I had to go back out. To prevent from hyperventilating I came up with a way to difuse the fear. “They’re robots. They are all robots. Cops are robots with only one gun and I can see it. I can see the gun so it’s ok. They look like droids from Star Wars. Those droids are harmless. They’re robots. They’re robots. They’re robots. They’re robots…”

All day, if I didn’t know you and you were white you were a robot. My own racism moved from passive to active.

I left work early because I could. I couldn’t keep the sobs back anymore. At home and knowing I was safe I released the sobs.

After work, my husband and I headed to a friends. I needed to play with my mijo. It was a nice night. I received an apology for being called crazy for having thought through what we would do if this happened. That was nice.

There was a moment. My pregnant friend was truly terrified. She is pregnant and moving somewhere where she couldn’t get the right care for her children was not an option. But…

My mija is going to have beautiful olive skin. She is going to look closer in skin tone to me than to her mother. My friend knows and understands what this could mean for my mija. I could see the fear and uncertainty in my friend’s eyes.

Coming home the deep sadness found me again. I asked my husband what he needed. Should we stay and fight or go? He was on the fence and we agreed to take our time to make this decision. Then he asked me what I needed. What did I want? What did I desire?

I could have lied, but I just said, “I wish I was white.”

Day 2

After a day of trying to avoid eye contact and feeling like I was traveling back in time. A time when raping women was done by gentlemen regularly. A time when you could lynch a black person for having the wrong look on their face. I wanted to try to be me. Loud, bright, radiant, vibrant me.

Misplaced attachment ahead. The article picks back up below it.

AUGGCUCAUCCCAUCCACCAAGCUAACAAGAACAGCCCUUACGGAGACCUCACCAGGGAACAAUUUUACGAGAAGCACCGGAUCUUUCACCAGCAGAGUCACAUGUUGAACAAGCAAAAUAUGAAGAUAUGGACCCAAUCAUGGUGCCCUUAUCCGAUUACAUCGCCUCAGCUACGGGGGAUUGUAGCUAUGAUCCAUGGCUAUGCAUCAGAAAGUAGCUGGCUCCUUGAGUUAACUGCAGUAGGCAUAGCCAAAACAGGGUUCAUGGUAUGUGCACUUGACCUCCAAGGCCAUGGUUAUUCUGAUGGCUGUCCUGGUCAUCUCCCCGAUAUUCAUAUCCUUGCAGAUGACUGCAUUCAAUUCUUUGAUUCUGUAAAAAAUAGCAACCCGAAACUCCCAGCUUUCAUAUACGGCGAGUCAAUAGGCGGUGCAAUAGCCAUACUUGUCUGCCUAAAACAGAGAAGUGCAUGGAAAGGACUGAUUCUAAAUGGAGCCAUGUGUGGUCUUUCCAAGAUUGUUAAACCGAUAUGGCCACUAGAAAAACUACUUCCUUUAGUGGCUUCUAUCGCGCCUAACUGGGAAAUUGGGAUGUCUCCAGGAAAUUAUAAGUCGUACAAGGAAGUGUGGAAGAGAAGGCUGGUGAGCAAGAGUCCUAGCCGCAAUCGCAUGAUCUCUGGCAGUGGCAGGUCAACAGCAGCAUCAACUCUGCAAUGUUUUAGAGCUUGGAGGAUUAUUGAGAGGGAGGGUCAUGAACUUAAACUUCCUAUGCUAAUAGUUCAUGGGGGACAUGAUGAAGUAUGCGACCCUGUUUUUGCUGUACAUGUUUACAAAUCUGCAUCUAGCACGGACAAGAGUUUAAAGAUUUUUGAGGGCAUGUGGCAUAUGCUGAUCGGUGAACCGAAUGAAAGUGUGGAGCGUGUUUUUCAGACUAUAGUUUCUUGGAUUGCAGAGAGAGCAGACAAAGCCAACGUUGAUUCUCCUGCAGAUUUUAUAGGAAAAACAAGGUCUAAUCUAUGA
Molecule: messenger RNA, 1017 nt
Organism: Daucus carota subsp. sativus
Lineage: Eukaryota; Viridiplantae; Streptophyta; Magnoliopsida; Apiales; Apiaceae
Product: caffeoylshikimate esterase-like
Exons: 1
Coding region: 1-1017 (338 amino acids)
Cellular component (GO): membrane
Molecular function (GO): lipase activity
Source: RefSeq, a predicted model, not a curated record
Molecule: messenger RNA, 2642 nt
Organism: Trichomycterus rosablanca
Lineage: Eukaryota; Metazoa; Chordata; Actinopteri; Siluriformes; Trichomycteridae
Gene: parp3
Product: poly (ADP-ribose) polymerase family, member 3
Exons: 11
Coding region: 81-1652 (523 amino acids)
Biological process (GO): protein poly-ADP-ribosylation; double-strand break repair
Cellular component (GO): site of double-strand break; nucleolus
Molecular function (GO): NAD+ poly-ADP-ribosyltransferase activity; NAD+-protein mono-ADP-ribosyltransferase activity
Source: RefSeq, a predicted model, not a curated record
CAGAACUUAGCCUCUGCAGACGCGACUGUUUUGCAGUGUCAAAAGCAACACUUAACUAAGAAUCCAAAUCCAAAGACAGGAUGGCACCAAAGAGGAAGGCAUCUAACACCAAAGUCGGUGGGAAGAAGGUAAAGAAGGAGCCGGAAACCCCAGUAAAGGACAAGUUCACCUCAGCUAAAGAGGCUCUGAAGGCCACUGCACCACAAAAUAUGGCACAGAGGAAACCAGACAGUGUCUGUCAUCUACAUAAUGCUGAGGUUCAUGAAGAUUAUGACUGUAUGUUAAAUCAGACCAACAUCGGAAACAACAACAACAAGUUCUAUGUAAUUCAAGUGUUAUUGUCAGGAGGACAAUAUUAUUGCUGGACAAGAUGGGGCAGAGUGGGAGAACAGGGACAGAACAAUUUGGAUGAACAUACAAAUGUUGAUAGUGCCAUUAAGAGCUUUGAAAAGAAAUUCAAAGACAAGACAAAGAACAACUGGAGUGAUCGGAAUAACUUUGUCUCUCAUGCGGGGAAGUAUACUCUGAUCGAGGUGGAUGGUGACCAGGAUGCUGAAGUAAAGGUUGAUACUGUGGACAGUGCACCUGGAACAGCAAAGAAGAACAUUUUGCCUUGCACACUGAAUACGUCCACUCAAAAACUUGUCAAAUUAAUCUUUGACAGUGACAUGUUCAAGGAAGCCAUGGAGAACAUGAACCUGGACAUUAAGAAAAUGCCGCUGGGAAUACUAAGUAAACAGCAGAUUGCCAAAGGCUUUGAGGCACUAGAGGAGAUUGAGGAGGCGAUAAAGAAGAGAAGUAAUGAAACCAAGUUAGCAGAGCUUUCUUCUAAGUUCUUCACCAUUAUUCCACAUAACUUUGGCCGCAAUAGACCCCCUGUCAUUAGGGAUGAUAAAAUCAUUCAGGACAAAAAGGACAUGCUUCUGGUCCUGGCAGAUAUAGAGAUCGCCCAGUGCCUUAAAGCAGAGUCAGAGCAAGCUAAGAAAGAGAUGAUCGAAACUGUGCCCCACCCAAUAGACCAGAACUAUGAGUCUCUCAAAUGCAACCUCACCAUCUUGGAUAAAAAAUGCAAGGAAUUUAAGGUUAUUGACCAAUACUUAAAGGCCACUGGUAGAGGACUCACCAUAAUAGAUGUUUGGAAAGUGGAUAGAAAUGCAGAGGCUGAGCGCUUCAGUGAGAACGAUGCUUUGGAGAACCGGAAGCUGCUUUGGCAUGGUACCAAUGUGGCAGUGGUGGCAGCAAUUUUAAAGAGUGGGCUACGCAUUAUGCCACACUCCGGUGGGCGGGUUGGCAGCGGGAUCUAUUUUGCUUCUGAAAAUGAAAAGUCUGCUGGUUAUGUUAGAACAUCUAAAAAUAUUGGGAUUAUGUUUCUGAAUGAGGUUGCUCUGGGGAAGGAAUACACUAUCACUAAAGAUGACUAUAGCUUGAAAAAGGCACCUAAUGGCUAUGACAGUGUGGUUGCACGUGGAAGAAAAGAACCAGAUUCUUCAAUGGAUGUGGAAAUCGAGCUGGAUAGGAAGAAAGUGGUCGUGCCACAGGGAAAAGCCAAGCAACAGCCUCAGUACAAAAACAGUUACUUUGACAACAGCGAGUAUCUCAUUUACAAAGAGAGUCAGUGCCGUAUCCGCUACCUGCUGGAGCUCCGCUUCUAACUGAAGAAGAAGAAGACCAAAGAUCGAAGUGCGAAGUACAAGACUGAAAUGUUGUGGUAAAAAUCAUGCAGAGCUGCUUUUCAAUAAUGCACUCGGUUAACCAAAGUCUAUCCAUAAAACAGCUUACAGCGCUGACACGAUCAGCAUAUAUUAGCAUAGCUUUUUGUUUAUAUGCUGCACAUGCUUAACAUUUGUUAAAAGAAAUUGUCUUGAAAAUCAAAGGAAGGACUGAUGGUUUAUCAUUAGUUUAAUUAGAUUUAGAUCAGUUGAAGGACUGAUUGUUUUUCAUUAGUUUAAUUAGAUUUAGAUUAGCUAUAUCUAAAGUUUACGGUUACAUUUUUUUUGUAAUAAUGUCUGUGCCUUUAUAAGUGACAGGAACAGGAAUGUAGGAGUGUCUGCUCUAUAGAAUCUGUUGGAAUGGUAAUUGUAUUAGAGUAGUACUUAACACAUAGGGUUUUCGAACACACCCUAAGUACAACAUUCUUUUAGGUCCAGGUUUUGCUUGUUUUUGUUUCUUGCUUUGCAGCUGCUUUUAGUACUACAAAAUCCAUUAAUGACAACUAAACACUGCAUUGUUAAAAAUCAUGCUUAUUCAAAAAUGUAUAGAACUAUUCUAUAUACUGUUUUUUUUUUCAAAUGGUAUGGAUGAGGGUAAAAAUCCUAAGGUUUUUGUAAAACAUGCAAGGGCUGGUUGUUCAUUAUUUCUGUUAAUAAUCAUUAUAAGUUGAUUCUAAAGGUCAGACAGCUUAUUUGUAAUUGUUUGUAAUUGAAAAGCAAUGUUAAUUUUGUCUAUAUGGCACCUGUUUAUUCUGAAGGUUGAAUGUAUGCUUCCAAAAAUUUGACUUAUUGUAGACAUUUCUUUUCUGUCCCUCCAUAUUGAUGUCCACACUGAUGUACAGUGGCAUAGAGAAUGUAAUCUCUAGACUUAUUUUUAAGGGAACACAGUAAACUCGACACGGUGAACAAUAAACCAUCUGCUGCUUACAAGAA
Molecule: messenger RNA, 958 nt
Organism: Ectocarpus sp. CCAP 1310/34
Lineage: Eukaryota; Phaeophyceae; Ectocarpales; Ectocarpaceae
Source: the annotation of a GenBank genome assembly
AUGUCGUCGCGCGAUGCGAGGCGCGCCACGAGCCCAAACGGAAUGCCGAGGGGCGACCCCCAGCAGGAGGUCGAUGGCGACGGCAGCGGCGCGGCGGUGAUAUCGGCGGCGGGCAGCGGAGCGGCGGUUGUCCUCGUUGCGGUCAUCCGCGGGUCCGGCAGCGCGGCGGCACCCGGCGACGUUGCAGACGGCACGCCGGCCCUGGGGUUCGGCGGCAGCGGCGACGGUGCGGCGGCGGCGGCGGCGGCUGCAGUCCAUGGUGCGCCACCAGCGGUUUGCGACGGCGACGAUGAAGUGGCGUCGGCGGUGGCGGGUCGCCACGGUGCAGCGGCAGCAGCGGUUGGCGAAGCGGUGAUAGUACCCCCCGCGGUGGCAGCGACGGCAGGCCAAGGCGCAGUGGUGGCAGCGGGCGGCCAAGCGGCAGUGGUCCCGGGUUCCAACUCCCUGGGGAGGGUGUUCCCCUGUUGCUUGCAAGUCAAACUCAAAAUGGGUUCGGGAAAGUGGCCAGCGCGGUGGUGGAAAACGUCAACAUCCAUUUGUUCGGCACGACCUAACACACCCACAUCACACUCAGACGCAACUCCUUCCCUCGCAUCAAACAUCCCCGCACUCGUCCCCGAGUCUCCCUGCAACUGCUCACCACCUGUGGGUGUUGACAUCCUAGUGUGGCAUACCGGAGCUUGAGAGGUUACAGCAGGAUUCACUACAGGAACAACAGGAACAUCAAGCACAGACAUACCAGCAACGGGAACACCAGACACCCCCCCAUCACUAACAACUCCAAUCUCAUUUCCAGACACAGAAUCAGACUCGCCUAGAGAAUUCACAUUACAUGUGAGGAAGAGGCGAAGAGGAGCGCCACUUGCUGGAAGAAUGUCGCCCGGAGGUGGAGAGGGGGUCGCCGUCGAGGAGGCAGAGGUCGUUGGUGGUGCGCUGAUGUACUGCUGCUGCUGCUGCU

Driving to work, I turned up my music and sang and danced. Work was quick, my last day at the job. I received many thank you’s and compliments.

My boss, a large emotional joyful strong man said he was proud of me. I love him and his hug was a huge comfort.

Then off to work with kids at an after school program. It was rough but ok.

My dad called to check on me. Before the election we had a conversation. He believes that I am overreacting. One of the many people who think/thought I am crazy. “Now you know where you live,” he said. It was hard to hear him. I felt broken. He was trying to reason with me and my emotional brain couldn’t hear the words.

Quick dinner with my hubby then off to play board games at another program with kids. I submitted an application to a leadership program. I so deeply desire to not lose momentum. I want to keep growing for as long as I am able and still breathing. Then a late night movie with my hubby and friends.

On the walk in, I was trying to get my husband to explain to me how it is to be white. Is it possible that being a white person means that you can’t see the world the way I do? Can’t see that there exist many America’s depending on who you are? At the concessions counter, I tried to engage the cashier in conversation. I was trying to still be me, a person who cares about people. My voice was too soft for her to hear. She didn’t hear me.

We made it just in time for the previews and found our seats. The people behind us kept placing their feet on our seats. The first time that my seat was kicked I tried to rationalize. Maybe it was a kid, maybe it was a person who had really long legs, maybe…maybe…maybe.

When no apology came I tried really hard to just stay in the movie. When the second kick came I decided to move seats. I told myself that it didn’t matter who this person was. When the movie was over though, I had to know. I looked up to see an adult female with dark hair.

She and the man with her had put their feet on and kicked my and my husband’s seats throughout the movie. Maybe it was purely an accident. Maybe they were just grumpy. Maybe…maybe…maybe…

When they left the question I asked was, “Did they see me?” On the walk to the car, my husband said that he didn’t want to say anything because he wondered if the seat kicking had to do with the color of my skin. He was afraid of what might have happened if we said anything and didn’t want the trouble.

As we walked up the stairs to our apartment I apologized. My husband is white and if I could just be white too maybe we wouldn’t be having these problems.